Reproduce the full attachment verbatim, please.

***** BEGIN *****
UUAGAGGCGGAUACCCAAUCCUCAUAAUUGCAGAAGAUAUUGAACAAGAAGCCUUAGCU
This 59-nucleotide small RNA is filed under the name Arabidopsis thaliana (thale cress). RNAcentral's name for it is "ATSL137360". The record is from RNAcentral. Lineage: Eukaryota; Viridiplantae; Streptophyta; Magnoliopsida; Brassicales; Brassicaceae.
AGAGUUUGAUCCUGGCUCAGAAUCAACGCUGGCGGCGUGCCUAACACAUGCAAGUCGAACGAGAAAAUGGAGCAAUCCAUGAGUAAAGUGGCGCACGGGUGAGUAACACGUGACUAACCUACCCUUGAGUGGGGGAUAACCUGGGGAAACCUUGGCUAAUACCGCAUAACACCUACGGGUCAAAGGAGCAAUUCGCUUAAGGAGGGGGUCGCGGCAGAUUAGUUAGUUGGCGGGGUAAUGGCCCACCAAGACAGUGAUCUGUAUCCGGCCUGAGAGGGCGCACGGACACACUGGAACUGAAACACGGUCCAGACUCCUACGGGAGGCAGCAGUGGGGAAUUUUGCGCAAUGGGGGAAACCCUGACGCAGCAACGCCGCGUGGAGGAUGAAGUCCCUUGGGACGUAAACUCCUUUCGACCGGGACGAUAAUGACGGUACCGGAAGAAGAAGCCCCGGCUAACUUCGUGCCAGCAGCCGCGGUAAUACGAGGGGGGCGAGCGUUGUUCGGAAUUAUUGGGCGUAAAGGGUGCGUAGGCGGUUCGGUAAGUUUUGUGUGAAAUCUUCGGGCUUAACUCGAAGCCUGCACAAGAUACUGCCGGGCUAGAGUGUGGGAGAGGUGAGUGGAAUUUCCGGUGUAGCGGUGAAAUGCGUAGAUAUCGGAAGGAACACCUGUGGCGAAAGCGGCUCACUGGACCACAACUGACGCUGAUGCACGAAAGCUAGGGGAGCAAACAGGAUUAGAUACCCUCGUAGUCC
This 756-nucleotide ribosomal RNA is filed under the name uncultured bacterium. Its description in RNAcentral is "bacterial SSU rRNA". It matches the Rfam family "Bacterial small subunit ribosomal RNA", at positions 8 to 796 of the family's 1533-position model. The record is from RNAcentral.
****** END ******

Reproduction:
UUAGAGGCGGAUACCCAAUCCUCAUAAUUGCAGAAGAUAUUGAACAAGAAGCCUUAGCU
This 59-nucleotide small RNA is filed under the name Arabidopsis thaliana (thale cress). RNAcentral's name for it is "ATSL137360". The record is from RNAcentral. Lineage: Eukaryota; Viridiplantae; Streptophyta; Magnoliopsida; Brassicales; Brassicaceae.
AGAGUUUGAUCCUGGCUCAGAAUCAACGCUGGCGGCGUGCCUAACACAUGCAAGUCGAACGAGAAAAUGGAGCAAUCCAUGAGUAAAGUGGCGCACGGGUGAGUAACACGUGACUAACCUACCCUUGAGUGGGGGAUAACCUGGGGAAACCUUGGCUAAUACCGCAUAACACCUACGGGUCAAAGGAGCAAUUCGCUUAAGGAGGGGGUCGCGGCAGAUUAGUUAGUUGGCGGGGUAAUGGCCCACCAAGACAGUGAUCUGUAUCCGGCCUGAGAGGGCGCACGGACACACUGGAACUGAAACACGGUCCAGACUCCUACGGGAGGCAGCAGUGGGGAAUUUUGCGCAAUGGGGGAAACCCUGACGCAGCAACGCCGCGUGGAGGAUGAAGUCCCUUGGGACGUAAACUCCUUUCGACCGGGACGAUAAUGACGGUACCGGAAGAAGAAGCCCCGGCUAACUUCGUGCCAGCAGCCGCGGUAAUACGAGGGGGGCGAGCGUUGUUCGGAAUUAUUGGGCGUAAAGGGUGCGUAGGCGGUUCGGUAAGUUUUGUGUGAAAUCUUCGGGCUUAACUCGAAGCCUGCACAAGAUACUGCCGGGCUAGAGUGUGGGAGAGGUGAGUGGAAUUUCCGGUGUAGCGGUGAAAUGCGUAGAUAUCGGAAGGAACACCUGUGGCGAAAGCGGCUCACUGGACCACAACUGACGCUGAUGCACGAAAGCUAGGGGAGCAAACAGGAUUAGAUACCCUCGUAGUCC
This 756-nucleotide ribosomal RNA is filed under the name uncultured bacterium. Its description in RNAcentral is "bacterial SSU rRNA". It matches the Rfam family "Bacterial small subunit ribosomal RNA", at positions 8 to 796 of the family's 1533-position model. The record is from RNAcentral.